China's Ideological Spectrum

Forthcoming, The Journal of Politics

56 Pages Posted: 14 Apr 2015 Last revised: 9 Mar 2017

See all articles by Jennifer Pan

Jennifer Pan

Harvard University - Graduate School of Arts and Sciences

Yiqing Xu

Stanford University

Date Written: March 7, 2017


The study of ideology in authoritarian regimes --- of how public preferences are configured and constrained --- has received relatively little scholarly attention. Using data from a large-scale online survey, we study ideology in China. We find that public preferences are weakly constrained, and the configuration of preferences is multi-dimensional, but the latent traits of these dimensions are highly correlated. Those who prefer authoritarian rule are more likely to support nationalism, state intervention in the economy, and traditional social values; those who prefer democratic institutions and values are less likely to be nationalistic or support traditional social values but more likely to support market reforms. This latter set of preferences appears more in provinces with higher levels of development and among wealthier and better educated respondents. These findings suggest preferences are not simply split along a pro-regime or anti-regime cleavage, and indicate a possible link between China's economic reform and societal cleavages.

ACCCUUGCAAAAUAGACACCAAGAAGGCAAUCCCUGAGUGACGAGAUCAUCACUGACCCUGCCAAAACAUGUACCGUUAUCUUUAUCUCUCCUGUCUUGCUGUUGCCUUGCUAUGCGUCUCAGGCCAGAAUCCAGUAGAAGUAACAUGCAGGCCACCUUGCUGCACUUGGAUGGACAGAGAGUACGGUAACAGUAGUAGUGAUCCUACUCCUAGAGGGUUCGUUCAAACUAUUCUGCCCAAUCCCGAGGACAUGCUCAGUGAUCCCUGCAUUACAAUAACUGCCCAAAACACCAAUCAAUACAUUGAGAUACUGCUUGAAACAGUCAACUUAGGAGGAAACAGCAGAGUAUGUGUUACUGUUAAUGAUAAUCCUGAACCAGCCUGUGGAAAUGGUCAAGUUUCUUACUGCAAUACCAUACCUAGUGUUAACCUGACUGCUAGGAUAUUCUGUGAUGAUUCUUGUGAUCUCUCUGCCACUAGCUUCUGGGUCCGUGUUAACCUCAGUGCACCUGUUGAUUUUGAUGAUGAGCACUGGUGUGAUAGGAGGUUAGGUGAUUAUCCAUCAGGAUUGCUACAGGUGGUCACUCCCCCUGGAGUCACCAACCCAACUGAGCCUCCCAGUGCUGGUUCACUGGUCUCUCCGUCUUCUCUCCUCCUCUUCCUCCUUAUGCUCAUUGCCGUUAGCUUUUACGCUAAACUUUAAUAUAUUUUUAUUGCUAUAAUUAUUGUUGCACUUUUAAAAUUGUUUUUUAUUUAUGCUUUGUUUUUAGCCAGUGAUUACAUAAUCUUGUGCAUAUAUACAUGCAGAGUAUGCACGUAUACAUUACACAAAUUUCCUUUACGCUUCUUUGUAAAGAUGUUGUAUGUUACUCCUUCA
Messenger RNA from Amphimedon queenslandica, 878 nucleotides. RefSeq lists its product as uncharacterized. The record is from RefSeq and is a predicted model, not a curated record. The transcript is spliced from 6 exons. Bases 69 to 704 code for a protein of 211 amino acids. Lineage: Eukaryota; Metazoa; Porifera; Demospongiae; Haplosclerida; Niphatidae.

Keywords: ideology, authoritarianism, political cleavage, China, factor analysis

Suggested Citation

Pan, Jennifer and Xu, Yiqing, China's Ideological Spectrum (March 7, 2017). Forthcoming, The Journal of Politics. Available at SSRN: or

Jennifer Pan

Harvard University - Graduate School of Arts and Sciences ( email )

Byerly Hall
8 Garden Street
Cambridge, MA 02138
United States

Yiqing Xu (Contact Author)

Stanford University ( email )

Stanford, CA 94305
United States


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